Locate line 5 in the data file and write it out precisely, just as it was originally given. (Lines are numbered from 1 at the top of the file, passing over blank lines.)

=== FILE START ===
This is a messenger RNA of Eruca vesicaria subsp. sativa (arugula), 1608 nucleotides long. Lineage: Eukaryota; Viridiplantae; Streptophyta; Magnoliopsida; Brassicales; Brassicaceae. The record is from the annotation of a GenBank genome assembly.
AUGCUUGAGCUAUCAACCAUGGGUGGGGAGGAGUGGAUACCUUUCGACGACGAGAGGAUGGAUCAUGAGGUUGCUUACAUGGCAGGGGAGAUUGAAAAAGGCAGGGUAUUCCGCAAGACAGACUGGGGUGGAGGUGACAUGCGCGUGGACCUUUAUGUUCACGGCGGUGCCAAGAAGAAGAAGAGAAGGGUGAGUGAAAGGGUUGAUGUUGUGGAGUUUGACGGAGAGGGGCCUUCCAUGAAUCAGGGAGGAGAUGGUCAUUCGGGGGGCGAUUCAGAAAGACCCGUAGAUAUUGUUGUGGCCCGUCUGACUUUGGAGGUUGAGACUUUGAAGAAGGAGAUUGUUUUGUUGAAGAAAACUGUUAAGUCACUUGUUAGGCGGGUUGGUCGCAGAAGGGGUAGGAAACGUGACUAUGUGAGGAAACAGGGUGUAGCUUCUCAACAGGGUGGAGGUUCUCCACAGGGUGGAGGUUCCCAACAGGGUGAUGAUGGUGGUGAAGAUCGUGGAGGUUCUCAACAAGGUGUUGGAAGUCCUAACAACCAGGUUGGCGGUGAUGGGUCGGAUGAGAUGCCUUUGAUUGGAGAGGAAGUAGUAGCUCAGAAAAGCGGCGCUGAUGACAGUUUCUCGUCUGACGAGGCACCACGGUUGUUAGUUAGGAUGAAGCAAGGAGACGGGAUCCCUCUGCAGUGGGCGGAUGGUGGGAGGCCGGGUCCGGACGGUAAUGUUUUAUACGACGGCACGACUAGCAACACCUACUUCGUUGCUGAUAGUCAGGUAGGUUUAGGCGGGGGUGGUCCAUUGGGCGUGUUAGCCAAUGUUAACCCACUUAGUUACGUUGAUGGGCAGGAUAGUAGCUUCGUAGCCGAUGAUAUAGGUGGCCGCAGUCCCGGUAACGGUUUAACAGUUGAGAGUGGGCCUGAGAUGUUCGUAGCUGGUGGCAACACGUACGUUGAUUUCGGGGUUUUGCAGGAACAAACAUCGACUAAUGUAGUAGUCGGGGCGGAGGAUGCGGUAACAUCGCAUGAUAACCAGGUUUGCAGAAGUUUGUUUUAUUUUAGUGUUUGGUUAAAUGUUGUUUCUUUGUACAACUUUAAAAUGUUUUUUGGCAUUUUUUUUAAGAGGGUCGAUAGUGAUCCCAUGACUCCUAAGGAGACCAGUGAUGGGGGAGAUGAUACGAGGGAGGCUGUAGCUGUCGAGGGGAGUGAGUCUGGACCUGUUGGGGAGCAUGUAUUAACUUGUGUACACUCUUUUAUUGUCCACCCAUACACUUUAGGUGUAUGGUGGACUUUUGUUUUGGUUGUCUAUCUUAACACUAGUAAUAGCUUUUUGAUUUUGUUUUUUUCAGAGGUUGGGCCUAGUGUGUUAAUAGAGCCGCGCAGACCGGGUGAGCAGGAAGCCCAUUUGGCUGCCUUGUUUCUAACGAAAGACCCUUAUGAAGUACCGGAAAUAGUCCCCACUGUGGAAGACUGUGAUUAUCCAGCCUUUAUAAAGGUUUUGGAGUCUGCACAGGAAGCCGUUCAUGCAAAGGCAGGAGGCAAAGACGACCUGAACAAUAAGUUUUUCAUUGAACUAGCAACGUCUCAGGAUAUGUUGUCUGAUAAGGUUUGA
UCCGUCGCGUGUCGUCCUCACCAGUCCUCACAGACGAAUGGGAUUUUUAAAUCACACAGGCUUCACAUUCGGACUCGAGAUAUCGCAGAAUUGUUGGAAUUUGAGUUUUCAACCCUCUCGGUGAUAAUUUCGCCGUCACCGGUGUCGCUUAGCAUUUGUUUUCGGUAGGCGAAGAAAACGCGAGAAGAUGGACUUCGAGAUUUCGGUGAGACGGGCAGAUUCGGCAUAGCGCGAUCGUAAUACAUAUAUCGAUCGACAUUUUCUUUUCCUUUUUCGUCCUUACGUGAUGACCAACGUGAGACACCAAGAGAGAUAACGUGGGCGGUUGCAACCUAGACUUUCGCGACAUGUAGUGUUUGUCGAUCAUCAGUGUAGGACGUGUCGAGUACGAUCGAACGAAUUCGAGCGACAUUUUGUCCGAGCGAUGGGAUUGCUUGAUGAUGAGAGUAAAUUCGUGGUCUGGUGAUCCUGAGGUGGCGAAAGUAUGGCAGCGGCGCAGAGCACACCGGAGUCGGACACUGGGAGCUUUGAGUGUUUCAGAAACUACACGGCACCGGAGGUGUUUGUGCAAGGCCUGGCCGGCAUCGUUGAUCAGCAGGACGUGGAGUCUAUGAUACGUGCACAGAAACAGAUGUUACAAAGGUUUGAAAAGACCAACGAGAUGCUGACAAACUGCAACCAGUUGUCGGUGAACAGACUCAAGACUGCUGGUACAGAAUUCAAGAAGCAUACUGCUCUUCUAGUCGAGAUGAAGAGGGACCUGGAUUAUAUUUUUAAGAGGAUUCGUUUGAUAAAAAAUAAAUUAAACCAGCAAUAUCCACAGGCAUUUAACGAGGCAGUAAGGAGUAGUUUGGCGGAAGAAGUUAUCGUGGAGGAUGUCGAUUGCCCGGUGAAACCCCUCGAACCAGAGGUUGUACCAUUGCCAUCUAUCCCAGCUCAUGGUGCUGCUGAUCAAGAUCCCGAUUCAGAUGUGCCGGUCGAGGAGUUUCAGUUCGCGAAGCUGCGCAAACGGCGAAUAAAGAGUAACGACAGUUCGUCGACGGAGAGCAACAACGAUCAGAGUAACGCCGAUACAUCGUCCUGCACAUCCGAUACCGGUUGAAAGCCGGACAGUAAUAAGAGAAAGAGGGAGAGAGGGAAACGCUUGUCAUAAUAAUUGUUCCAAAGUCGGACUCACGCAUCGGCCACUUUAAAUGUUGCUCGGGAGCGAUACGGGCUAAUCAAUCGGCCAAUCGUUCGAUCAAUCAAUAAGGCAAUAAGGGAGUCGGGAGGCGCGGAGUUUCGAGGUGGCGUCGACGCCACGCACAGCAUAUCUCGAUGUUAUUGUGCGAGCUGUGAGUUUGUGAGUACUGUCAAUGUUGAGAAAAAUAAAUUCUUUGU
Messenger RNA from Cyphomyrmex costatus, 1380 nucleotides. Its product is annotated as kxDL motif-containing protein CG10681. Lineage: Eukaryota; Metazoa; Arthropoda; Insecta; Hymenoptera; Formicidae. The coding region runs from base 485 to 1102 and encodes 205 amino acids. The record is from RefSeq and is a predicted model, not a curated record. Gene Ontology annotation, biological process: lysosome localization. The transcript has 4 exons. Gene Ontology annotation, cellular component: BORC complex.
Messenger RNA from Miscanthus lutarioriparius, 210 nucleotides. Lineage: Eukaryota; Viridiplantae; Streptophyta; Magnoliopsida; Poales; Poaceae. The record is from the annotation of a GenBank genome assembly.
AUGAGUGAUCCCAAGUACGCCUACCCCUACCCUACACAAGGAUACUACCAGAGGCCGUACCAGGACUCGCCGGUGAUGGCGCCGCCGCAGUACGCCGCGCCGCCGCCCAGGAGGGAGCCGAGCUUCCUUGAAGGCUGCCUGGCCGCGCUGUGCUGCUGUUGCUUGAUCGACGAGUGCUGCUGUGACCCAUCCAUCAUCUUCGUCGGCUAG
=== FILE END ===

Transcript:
Messenger RNA from Miscanthus lutarioriparius, 210 nucleotides. Lineage: Eukaryota; Viridiplantae; Streptophyta; Magnoliopsida; Poales; Poaceae. The record is from the annotation of a GenBank genome assembly.